The landing pad is concrete. This has been definitively established multiple times. It's surrounded by a ring of compacted dirt.
I believe @FutureSpaceTourist was talking about what looks like a bit of a wash of dirt/sand on the pad, not what the pad is made of, and suggesting that it is in fact dirt/sand and not damage from the rocket plume.  As noted, it is difficult to say for sure due to the angle, but I would tend to agree.
« Last Edit: 08/15/2017 04:00 PM by abaddon »

Offline Rocket Science

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The grid fins seemed to be much more active during the landing sequence, compared to previous missions.
They looked like they were getting a workout and still makes me smile every time... :)
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Offline joncz

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I believe @FutureSpaceTourist was talking about what looks like a bit of a wash of dirt/sand on the pad, not what the pad is made of, and suggesting that it is in fact dirt/sand and not damage from the rocket plume.  As noted, it is difficult to say for sure due to the angle, but I would tend to agree.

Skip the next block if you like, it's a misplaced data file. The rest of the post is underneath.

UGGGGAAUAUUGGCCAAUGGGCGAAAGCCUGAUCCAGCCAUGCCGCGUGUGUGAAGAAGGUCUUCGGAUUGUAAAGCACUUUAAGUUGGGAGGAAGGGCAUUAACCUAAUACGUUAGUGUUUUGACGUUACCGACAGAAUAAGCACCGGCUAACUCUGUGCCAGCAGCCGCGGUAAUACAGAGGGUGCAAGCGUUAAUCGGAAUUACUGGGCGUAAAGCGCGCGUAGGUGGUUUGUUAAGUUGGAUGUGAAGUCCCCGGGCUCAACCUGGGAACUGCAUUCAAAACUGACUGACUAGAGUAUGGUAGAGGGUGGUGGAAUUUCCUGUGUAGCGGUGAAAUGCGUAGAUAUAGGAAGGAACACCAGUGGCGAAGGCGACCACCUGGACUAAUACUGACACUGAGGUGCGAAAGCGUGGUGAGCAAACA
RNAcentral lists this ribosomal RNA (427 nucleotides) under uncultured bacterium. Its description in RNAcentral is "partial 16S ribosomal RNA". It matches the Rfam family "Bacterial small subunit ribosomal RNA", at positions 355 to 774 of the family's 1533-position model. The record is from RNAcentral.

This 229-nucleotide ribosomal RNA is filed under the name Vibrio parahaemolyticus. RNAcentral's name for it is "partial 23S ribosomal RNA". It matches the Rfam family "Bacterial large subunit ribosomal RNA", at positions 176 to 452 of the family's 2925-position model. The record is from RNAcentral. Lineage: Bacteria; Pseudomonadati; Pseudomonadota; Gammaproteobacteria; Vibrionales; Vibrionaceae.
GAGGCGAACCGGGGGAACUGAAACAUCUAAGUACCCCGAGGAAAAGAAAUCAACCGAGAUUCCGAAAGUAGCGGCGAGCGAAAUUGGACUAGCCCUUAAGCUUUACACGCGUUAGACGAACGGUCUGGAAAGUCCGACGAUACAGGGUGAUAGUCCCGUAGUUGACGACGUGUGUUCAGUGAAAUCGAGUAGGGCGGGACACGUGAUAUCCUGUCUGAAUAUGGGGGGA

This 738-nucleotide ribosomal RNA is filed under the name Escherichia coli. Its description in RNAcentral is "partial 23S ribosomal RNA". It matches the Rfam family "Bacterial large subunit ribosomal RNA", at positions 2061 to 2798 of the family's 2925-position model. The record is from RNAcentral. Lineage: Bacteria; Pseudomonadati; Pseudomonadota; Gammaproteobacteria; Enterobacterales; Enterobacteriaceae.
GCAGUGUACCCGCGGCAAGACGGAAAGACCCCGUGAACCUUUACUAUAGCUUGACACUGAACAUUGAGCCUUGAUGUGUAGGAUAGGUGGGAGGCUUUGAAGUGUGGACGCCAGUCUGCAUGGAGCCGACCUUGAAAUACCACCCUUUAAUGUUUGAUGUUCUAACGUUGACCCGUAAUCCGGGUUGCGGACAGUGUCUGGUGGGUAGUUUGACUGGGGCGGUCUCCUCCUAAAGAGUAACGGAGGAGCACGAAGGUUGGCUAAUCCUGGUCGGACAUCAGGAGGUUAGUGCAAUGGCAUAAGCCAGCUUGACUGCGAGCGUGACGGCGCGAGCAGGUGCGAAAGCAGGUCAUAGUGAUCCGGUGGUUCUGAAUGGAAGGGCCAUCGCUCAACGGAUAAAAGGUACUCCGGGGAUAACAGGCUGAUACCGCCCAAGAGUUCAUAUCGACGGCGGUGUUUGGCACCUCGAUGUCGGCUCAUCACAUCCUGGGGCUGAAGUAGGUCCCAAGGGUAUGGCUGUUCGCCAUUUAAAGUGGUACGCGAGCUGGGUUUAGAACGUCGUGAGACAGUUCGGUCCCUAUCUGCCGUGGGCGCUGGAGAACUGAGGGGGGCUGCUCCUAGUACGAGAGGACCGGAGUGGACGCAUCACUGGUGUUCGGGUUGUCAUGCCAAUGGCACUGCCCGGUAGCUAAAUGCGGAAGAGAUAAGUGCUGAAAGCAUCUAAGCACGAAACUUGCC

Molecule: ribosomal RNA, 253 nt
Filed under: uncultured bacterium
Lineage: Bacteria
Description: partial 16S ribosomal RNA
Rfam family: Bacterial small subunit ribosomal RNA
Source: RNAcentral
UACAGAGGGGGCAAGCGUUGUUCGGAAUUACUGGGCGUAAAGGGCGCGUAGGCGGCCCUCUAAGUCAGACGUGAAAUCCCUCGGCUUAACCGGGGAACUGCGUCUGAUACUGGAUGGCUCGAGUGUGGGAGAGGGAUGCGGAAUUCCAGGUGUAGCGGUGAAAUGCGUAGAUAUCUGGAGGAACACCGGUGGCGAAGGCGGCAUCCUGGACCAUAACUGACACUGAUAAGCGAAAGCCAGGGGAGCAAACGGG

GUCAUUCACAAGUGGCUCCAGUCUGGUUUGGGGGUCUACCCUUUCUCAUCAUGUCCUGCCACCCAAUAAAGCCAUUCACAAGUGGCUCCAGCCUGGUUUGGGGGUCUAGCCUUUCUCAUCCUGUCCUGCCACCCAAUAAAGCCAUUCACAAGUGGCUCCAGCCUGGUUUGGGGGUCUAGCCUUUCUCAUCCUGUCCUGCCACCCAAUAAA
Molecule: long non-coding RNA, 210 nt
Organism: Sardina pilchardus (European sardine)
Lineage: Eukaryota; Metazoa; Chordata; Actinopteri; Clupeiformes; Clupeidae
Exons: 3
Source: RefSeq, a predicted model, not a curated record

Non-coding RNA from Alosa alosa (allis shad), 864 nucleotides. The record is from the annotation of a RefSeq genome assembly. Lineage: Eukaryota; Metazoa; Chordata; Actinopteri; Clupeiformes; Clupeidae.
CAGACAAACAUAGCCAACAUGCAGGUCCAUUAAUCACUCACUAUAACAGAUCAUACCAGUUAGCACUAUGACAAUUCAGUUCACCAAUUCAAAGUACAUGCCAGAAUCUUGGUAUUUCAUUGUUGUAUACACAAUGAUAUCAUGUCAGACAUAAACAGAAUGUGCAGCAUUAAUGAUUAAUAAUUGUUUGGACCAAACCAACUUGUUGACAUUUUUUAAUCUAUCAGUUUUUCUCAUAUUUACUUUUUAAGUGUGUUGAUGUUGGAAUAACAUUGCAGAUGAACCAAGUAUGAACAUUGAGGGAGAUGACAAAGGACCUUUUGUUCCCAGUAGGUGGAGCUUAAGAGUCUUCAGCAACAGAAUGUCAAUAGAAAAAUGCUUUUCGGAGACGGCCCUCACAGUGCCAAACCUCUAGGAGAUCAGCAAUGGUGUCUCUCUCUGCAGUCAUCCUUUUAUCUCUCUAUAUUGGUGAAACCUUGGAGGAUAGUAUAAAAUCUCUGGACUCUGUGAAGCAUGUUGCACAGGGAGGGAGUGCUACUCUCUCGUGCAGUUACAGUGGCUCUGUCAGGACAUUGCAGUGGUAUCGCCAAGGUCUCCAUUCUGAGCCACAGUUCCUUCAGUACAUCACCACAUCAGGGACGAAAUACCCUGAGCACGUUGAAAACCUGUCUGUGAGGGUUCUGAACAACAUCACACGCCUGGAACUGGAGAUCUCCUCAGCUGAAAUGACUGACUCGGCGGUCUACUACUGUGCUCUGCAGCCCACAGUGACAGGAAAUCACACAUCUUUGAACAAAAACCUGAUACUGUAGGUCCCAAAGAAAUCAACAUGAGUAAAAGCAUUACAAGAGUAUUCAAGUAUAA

Surely so.  They've scarified the nearby surface to remove topsoil in preparation for pouring concrete for the second pad.  They certainly didn't have a water truck active just prior to launch for dust control, and with the wind at the coast, I have no doubt there was a layer of dust and sand across the entire concrete surface.

Offline Basto

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If you compare the landing location on the pad to CRS 11 and you can see that the rocket performed the landing perfectly.

While the AOA looked pretty dramatic, there are not many landings that have had as clear a view of the entire process from the ground. So I am assuming it was not far out of the ordinary. Either that or we were witnessing part a block IV upgrade of some sort.


Offline kenny008

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My understanding is that they target offshore until they are comfortable that the engines are performing properly, then bring it over the pad for final landing.  The AOA maneuver occurred right after the entry burn was complete, so this might be when they are satisfied the engines are working properly and they can then target the pad.